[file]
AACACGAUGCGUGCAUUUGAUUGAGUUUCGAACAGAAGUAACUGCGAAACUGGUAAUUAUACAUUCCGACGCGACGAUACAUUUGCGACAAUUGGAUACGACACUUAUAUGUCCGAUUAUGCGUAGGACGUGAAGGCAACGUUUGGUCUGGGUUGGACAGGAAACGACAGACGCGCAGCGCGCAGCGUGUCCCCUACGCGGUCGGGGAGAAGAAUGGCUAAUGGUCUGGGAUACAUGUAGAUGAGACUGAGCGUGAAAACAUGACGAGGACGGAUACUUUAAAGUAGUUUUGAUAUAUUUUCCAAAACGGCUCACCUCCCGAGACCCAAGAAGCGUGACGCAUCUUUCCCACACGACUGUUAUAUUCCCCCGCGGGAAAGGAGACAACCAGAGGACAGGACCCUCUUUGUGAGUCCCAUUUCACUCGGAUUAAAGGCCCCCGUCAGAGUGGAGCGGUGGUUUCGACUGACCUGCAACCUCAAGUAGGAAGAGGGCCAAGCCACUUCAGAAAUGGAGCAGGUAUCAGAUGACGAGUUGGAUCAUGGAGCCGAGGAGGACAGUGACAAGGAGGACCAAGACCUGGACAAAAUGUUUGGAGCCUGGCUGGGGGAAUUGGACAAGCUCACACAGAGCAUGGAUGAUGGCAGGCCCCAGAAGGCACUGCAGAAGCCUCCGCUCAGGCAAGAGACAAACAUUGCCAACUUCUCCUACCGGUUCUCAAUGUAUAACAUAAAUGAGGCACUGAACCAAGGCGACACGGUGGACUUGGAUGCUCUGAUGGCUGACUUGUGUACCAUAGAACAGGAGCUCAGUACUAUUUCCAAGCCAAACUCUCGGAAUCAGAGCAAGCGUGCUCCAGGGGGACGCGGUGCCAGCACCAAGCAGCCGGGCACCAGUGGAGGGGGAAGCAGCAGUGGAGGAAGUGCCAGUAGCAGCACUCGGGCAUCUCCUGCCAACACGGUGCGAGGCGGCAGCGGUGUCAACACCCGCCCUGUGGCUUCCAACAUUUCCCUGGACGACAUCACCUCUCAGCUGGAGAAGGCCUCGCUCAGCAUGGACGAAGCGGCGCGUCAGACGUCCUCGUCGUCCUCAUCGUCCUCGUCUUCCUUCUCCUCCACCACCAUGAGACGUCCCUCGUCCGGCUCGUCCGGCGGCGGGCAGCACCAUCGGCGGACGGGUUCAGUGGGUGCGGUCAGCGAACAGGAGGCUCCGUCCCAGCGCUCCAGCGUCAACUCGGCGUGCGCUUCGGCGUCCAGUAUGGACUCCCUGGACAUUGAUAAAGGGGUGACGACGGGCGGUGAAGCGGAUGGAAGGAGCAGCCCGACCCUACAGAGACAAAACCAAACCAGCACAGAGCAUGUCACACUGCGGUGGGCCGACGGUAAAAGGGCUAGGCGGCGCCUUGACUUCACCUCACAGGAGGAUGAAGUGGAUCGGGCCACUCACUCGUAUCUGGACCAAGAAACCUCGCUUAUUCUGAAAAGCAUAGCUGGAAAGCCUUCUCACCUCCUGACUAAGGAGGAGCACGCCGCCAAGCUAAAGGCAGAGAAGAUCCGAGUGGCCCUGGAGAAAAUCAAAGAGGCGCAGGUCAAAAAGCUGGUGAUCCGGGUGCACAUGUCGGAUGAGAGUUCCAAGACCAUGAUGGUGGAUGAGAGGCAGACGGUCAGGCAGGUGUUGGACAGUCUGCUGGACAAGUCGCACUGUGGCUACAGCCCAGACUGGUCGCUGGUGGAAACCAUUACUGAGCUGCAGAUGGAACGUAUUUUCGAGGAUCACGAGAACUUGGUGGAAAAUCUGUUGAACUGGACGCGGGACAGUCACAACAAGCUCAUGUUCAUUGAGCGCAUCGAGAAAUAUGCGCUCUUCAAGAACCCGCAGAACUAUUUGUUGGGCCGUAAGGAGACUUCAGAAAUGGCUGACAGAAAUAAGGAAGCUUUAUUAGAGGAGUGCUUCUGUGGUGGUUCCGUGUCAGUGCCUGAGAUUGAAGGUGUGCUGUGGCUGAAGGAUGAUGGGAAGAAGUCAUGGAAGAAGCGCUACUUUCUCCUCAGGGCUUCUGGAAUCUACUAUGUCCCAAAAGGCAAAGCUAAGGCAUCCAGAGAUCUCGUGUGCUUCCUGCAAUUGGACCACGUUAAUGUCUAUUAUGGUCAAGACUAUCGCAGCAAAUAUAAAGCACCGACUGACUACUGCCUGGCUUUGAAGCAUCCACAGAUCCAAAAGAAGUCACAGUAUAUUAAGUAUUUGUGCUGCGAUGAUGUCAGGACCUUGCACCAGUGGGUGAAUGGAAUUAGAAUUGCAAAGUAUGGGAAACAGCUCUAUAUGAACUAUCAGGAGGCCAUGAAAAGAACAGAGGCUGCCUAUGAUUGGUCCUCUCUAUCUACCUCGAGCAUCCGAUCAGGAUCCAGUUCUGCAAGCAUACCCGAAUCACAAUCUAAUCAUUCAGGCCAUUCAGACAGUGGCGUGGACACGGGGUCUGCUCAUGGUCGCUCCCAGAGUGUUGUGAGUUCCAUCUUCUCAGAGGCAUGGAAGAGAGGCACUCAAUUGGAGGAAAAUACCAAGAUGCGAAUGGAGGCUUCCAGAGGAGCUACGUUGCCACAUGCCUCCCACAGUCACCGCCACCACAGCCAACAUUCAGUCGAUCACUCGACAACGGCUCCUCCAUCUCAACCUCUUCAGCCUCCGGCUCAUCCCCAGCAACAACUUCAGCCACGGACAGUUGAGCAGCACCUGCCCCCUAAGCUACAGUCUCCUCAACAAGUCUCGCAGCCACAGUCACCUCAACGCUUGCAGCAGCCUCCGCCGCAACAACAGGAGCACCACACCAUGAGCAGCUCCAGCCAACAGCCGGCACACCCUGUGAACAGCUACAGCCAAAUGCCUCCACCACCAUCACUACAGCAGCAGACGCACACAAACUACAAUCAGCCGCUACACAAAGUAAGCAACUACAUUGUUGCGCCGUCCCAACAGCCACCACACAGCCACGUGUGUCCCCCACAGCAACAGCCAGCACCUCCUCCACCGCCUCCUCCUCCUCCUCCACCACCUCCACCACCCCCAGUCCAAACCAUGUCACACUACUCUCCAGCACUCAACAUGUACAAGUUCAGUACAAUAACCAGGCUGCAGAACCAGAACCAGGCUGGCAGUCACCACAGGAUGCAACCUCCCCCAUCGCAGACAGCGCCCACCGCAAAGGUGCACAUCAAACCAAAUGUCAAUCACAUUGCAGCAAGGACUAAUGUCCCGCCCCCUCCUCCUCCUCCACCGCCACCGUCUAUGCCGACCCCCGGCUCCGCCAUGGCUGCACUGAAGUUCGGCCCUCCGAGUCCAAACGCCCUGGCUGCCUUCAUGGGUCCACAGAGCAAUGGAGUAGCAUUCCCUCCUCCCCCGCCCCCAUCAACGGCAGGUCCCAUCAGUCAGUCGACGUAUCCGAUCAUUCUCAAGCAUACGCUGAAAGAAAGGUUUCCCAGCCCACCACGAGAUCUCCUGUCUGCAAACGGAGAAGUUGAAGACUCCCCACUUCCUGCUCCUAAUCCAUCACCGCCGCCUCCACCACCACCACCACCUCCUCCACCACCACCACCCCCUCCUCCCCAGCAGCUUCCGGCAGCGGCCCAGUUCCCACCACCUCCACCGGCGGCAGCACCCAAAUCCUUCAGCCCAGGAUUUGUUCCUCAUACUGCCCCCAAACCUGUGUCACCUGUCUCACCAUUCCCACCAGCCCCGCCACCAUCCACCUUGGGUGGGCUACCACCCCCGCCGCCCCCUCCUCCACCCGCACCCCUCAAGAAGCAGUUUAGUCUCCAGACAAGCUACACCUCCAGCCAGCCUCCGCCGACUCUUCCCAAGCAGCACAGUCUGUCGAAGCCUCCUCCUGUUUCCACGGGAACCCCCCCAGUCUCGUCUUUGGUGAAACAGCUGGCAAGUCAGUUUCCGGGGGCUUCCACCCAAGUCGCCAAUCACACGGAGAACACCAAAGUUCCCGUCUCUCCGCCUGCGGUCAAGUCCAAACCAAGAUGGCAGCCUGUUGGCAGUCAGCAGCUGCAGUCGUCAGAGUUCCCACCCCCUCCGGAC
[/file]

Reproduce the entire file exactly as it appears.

AACACGAUGCGUGCAUUUGAUUGAGUUUCGAACAGAAGUAACUGCGAAACUGGUAAUUAUACAUUCCGACGCGACGAUACAUUUGCGACAAUUGGAUACGACACUUAUAUGUCCGAUUAUGCGUAGGACGUGAAGGCAACGUUUGGUCUGGGUUGGACAGGAAACGACAGACGCGCAGCGCGCAGCGUGUCCCCUACGCGGUCGGGGAGAAGAAUGGCUAAUGGUCUGGGAUACAUGUAGAUGAGACUGAGCGUGAAAACAUGACGAGGACGGAUACUUUAAAGUAGUUUUGAUAUAUUUUCCAAAACGGCUCACCUCCCGAGACCCAAGAAGCGUGACGCAUCUUUCCCACACGACUGUUAUAUUCCCCCGCGGGAAAGGAGACAACCAGAGGACAGGACCCUCUUUGUGAGUCCCAUUUCACUCGGAUUAAAGGCCCCCGUCAGAGUGGAGCGGUGGUUUCGACUGACCUGCAACCUCAAGUAGGAAGAGGGCCAAGCCACUUCAGAAAUGGAGCAGGUAUCAGAUGACGAGUUGGAUCAUGGAGCCGAGGAGGACAGUGACAAGGAGGACCAAGACCUGGACAAAAUGUUUGGAGCCUGGCUGGGGGAAUUGGACAAGCUCACACAGAGCAUGGAUGAUGGCAGGCCCCAGAAGGCACUGCAGAAGCCUCCGCUCAGGCAAGAGACAAACAUUGCCAACUUCUCCUACCGGUUCUCAAUGUAUAACAUAAAUGAGGCACUGAACCAAGGCGACACGGUGGACUUGGAUGCUCUGAUGGCUGACUUGUGUACCAUAGAACAGGAGCUCAGUACUAUUUCCAAGCCAAACUCUCGGAAUCAGAGCAAGCGUGCUCCAGGGGGACGCGGUGCCAGCACCAAGCAGCCGGGCACCAGUGGAGGGGGAAGCAGCAGUGGAGGAAGUGCCAGUAGCAGCACUCGGGCAUCUCCUGCCAACACGGUGCGAGGCGGCAGCGGUGUCAACACCCGCCCUGUGGCUUCCAACAUUUCCCUGGACGACAUCACCUCUCAGCUGGAGAAGGCCUCGCUCAGCAUGGACGAAGCGGCGCGUCAGACGUCCUCGUCGUCCUCAUCGUCCUCGUCUUCCUUCUCCUCCACCACCAUGAGACGUCCCUCGUCCGGCUCGUCCGGCGGCGGGCAGCACCAUCGGCGGACGGGUUCAGUGGGUGCGGUCAGCGAACAGGAGGCUCCGUCCCAGCGCUCCAGCGUCAACUCGGCGUGCGCUUCGGCGUCCAGUAUGGACUCCCUGGACAUUGAUAAAGGGGUGACGACGGGCGGUGAAGCGGAUGGAAGGAGCAGCCCGACCCUACAGAGACAAAACCAAACCAGCACAGAGCAUGUCACACUGCGGUGGGCCGACGGUAAAAGGGCUAGGCGGCGCCUUGACUUCACCUCACAGGAGGAUGAAGUGGAUCGGGCCACUCACUCGUAUCUGGACCAAGAAACCUCGCUUAUUCUGAAAAGCAUAGCUGGAAAGCCUUCUCACCUCCUGACUAAGGAGGAGCACGCCGCCAAGCUAAAGGCAGAGAAGAUCCGAGUGGCCCUGGAGAAAAUCAAAGAGGCGCAGGUCAAAAAGCUGGUGAUCCGGGUGCACAUGUCGGAUGAGAGUUCCAAGACCAUGAUGGUGGAUGAGAGGCAGACGGUCAGGCAGGUGUUGGACAGUCUGCUGGACAAGUCGCACUGUGGCUACAGCCCAGACUGGUCGCUGGUGGAAACCAUUACUGAGCUGCAGAUGGAACGUAUUUUCGAGGAUCACGAGAACUUGGUGGAAAAUCUGUUGAACUGGACGCGGGACAGUCACAACAAGCUCAUGUUCAUUGAGCGCAUCGAGAAAUAUGCGCUCUUCAAGAACCCGCAGAACUAUUUGUUGGGCCGUAAGGAGACUUCAGAAAUGGCUGACAGAAAUAAGGAAGCUUUAUUAGAGGAGUGCUUCUGUGGUGGUUCCGUGUCAGUGCCUGAGAUUGAAGGUGUGCUGUGGCUGAAGGAUGAUGGGAAGAAGUCAUGGAAGAAGCGCUACUUUCUCCUCAGGGCUUCUGGAAUCUACUAUGUCCCAAAAGGCAAAGCUAAGGCAUCCAGAGAUCUCGUGUGCUUCCUGCAAUUGGACCACGUUAAUGUCUAUUAUGGUCAAGACUAUCGCAGCAAAUAUAAAGCACCGACUGACUACUGCCUGGCUUUGAAGCAUCCACAGAUCCAAAAGAAGUCACAGUAUAUUAAGUAUUUGUGCUGCGAUGAUGUCAGGACCUUGCACCAGUGGGUGAAUGGAAUUAGAAUUGCAAAGUAUGGGAAACAGCUCUAUAUGAACUAUCAGGAGGCCAUGAAAAGAACAGAGGCUGCCUAUGAUUGGUCCUCUCUAUCUACCUCGAGCAUCCGAUCAGGAUCCAGUUCUGCAAGCAUACCCGAAUCACAAUCUAAUCAUUCAGGCCAUUCAGACAGUGGCGUGGACACGGGGUCUGCUCAUGGUCGCUCCCAGAGUGUUGUGAGUUCCAUCUUCUCAGAGGCAUGGAAGAGAGGCACUCAAUUGGAGGAAAAUACCAAGAUGCGAAUGGAGGCUUCCAGAGGAGCUACGUUGCCACAUGCCUCCCACAGUCACCGCCACCACAGCCAACAUUCAGUCGAUCACUCGACAACGGCUCCUCCAUCUCAACCUCUUCAGCCUCCGGCUCAUCCCCAGCAACAACUUCAGCCACGGACAGUUGAGCAGCACCUGCCCCCUAAGCUACAGUCUCCUCAACAAGUCUCGCAGCCACAGUCACCUCAACGCUUGCAGCAGCCUCCGCCGCAACAACAGGAGCACCACACCAUGAGCAGCUCCAGCCAACAGCCGGCACACCCUGUGAACAGCUACAGCCAAAUGCCUCCACCACCAUCACUACAGCAGCAGACGCACACAAACUACAAUCAGCCGCUACACAAAGUAAGCAACUACAUUGUUGCGCCGUCCCAACAGCCACCACACAGCCACGUGUGUCCCCCACAGCAACAGCCAGCACCUCCUCCACCGCCUCCUCCUCCUCCUCCACCACCUCCACCACCCCCAGUCCAAACCAUGUCACACUACUCUCCAGCACUCAACAUGUACAAGUUCAGUACAAUAACCAGGCUGCAGAACCAGAACCAGGCUGGCAGUCACCACAGGAUGCAACCUCCCCCAUCGCAGACAGCGCCCACCGCAAAGGUGCACAUCAAACCAAAUGUCAAUCACAUUGCAGCAAGGACUAAUGUCCCGCCCCCUCCUCCUCCUCCACCGCCACCGUCUAUGCCGACCCCCGGCUCCGCCAUGGCUGCACUGAAGUUCGGCCCUCCGAGUCCAAACGCCCUGGCUGCCUUCAUGGGUCCACAGAGCAAUGGAGUAGCAUUCCCUCCUCCCCCGCCCCCAUCAACGGCAGGUCCCAUCAGUCAGUCGACGUAUCCGAUCAUUCUCAAGCAUACGCUGAAAGAAAGGUUUCCCAGCCCACCACGAGAUCUCCUGUCUGCAAACGGAGAAGUUGAAGACUCCCCACUUCCUGCUCCUAAUCCAUCACCGCCGCCUCCACCACCACCACCACCUCCUCCACCACCACCACCCCCUCCUCCCCAGCAGCUUCCGGCAGCGGCCCAGUUCCCACCACCUCCACCGGCGGCAGCACCCAAAUCCUUCAGCCCAGGAUUUGUUCCUCAUACUGCCCCCAAACCUGUGUCACCUGUCUCACCAUUCCCACCAGCCCCGCCACCAUCCACCUUGGGUGGGCUACCACCCCCGCCGCCCCCUCCUCCACCCGCACCCCUCAAGAAGCAGUUUAGUCUCCAGACAAGCUACACCUCCAGCCAGCCUCCGCCGACUCUUCCCAAGCAGCACAGUCUGUCGAAGCCUCCUCCUGUUUCCACGGGAACCCCCCCAGUCUCGUCUUUGGUGAAACAGCUGGCAAGUCAGUUUCCGGGGGCUUCCACCCAAGUCGCCAAUCACACGGAGAACACCAAAGUUCCCGUCUCUCCGCCUGCGGUCAAGUCCAAACCAAGAUGGCAGCCUGUUGGCAGUCAGCAGCUGCAGUCGUCAGAGUUCCCACCCCCUCCGGAC